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Humboldt-Kolleg

Humboldt-Kolleg 


Die vergleichende Sprachwissenschaft im 21. Jahrhundert

Historical-Comparative Linguistics in the 21st Century

Pavia, 22-25 September 2011


Historical-comparative linguistics relies on an enormous tradition of research developed in German universities, and many historical-comparative linguists, especially Indo-Europeanists but also specialists of Semitic and Altaic, have studied in Germany, often thanks to an Alexander von  Humboldt scholarship. In the last decades, however, especially in Germany, historical-comparative linguistics has partly lost its centrality with respect to the other disciplines of linguistics. This could amount to a big loss, considering the wealth of knowledge accumulated over two centuries. For this reason, a re-assessment of the relevance of historical-comparative linguistics is in high demand. The Kolleg brings together a number of leading scholars in the field of historical-comparative linguistics, most of them with a German background of education and a valuable international experience, who can indicate new directions and trends aimed at such re-assessment. Invited young researchers will contribute fresh ideas for an unbiased interdisciplinary approach, relying on the background offered by senior scholars.

Themes:

The beginning of research in the field of historical-comparative linguistics coincides with the birth of linguistics itself. In the 19th century, historical-comparative linguistics found fertile ground for its development in German universities, where matters such as genetic relationship, language reconstruction and language change have been recognized as research topics and have been thoroughly investigated, often with an interdisciplinary approach, and where research tools and methodologies have been implemented, which where later extended to other fields of linguistics. For most of the 20th century, the primacy of Germany remained unchallenged, and virtually all scholars active in historical-comparative linguistics have received part of their training in Germany, and have then disseminated their knowledge in other countries. At the turn of the 21st century, in spite of increasing interest in synchronic language description, historical-comparative linguistics can still prove to have a ground-breaking force and a potentially exemplar role with respect to other linguistic disciplines through the implementation of new research methodologies, such as quantitative methods, and interdisciplinary dialogue with neighboring sciences, such as genetics, archaeology and cognitive sciences. For a compelling restatement of the central role of historical-comparative linguistics, German scholarship is again of paramount importance: especially in such areas of research as Indo-European linguistics and Oriental languages, factual knowledge accumulated over more than two centuries of research must be made available for linguists interested in language variation and in language typology, in order to foster knowledge exchange among neighboring but often non-communicating fields of linguistics. Collaboration between typologists and historical linguists is of special interest. In this field, German tradition provides a strikingly rich background, as Germany has also been the cradle of language typology, with its founding father Wilhelm von Humboldt, from the early 19th century, and is today the home of leading institutions for language typology, as it is for historical-comparative linguistics.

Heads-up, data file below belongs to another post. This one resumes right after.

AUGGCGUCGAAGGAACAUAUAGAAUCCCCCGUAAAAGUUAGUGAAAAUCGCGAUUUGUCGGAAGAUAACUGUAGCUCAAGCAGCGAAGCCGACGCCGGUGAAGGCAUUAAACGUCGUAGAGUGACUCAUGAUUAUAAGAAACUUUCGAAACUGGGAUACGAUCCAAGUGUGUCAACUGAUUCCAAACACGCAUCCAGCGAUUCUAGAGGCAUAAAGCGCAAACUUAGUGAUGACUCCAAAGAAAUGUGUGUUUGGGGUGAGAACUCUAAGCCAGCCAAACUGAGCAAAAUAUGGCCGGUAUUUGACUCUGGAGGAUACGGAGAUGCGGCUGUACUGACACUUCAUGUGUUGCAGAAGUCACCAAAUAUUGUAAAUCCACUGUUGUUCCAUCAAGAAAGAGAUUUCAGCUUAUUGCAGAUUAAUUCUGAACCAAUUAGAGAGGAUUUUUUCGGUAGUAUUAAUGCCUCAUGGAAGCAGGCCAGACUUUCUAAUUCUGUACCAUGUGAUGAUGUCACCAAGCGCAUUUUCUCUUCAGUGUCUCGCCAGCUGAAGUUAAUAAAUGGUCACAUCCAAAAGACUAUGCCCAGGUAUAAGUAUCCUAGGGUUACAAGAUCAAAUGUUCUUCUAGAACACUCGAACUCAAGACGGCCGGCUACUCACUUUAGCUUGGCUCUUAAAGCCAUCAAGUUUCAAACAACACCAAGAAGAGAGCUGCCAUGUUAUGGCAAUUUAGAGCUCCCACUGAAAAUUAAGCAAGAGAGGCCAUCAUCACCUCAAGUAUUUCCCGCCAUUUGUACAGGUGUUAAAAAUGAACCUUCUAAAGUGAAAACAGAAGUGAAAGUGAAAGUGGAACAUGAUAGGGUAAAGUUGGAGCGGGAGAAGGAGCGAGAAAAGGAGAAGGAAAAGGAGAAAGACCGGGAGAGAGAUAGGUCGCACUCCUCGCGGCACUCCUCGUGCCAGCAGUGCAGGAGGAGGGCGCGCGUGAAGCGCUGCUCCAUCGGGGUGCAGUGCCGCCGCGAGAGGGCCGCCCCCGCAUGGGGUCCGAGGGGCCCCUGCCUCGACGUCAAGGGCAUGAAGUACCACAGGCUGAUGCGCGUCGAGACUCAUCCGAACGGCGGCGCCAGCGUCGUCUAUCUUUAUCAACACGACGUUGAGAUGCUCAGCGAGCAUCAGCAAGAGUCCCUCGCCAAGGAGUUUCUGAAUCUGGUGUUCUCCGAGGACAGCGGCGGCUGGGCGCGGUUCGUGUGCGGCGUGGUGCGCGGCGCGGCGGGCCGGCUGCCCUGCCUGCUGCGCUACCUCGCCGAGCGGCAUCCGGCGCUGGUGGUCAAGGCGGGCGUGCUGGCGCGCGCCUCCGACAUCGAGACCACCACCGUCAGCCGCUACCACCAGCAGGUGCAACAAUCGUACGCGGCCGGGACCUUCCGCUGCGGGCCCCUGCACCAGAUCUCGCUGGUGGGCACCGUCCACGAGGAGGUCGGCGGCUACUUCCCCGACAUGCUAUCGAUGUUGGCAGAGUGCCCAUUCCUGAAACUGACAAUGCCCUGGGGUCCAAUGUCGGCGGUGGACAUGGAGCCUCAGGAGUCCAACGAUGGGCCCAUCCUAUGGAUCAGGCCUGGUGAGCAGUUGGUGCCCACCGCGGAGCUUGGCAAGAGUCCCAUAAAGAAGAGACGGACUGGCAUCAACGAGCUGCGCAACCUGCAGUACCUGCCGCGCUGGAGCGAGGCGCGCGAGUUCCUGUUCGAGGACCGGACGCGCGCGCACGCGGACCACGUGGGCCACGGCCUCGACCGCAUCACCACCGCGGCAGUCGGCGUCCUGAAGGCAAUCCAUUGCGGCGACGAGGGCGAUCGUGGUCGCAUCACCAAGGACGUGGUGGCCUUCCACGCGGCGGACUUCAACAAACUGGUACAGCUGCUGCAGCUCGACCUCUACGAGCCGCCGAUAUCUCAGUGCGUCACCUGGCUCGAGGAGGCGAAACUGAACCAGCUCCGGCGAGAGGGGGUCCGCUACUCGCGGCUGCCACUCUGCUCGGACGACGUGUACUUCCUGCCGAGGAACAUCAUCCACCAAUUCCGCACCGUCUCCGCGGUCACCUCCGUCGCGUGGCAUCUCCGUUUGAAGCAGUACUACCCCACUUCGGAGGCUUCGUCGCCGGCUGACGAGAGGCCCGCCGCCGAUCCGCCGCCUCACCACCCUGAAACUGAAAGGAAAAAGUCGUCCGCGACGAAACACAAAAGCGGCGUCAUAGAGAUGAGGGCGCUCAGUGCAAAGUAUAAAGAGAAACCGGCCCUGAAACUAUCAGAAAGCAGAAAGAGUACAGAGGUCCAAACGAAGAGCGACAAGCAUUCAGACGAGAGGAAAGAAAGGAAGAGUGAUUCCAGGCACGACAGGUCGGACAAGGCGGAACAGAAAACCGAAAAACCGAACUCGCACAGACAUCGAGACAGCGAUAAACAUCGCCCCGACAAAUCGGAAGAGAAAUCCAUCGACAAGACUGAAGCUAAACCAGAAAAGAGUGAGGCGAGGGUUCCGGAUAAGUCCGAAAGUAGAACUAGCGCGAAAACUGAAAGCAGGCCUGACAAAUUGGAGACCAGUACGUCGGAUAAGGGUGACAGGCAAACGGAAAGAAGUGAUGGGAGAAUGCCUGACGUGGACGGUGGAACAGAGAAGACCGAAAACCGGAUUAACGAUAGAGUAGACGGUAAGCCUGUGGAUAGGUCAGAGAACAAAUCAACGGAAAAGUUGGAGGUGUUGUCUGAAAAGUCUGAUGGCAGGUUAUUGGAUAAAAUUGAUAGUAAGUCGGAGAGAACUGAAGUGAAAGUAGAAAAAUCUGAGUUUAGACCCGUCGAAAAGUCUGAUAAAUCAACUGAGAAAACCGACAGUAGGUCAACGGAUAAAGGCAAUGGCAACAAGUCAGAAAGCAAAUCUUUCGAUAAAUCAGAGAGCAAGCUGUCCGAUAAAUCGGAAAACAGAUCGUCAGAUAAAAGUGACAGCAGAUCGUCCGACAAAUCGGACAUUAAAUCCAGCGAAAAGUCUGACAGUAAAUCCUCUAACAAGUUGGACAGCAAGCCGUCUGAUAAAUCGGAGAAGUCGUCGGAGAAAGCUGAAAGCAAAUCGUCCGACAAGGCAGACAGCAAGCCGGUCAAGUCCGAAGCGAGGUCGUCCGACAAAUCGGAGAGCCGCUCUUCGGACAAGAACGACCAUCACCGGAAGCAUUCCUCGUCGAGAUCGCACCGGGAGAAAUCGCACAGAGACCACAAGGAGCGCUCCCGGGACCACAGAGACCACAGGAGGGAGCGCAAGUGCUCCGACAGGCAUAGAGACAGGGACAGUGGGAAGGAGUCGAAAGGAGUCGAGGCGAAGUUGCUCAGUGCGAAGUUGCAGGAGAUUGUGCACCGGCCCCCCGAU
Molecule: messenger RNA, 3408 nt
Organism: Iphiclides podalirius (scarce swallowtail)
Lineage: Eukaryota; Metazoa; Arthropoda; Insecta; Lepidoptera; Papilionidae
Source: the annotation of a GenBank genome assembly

Program


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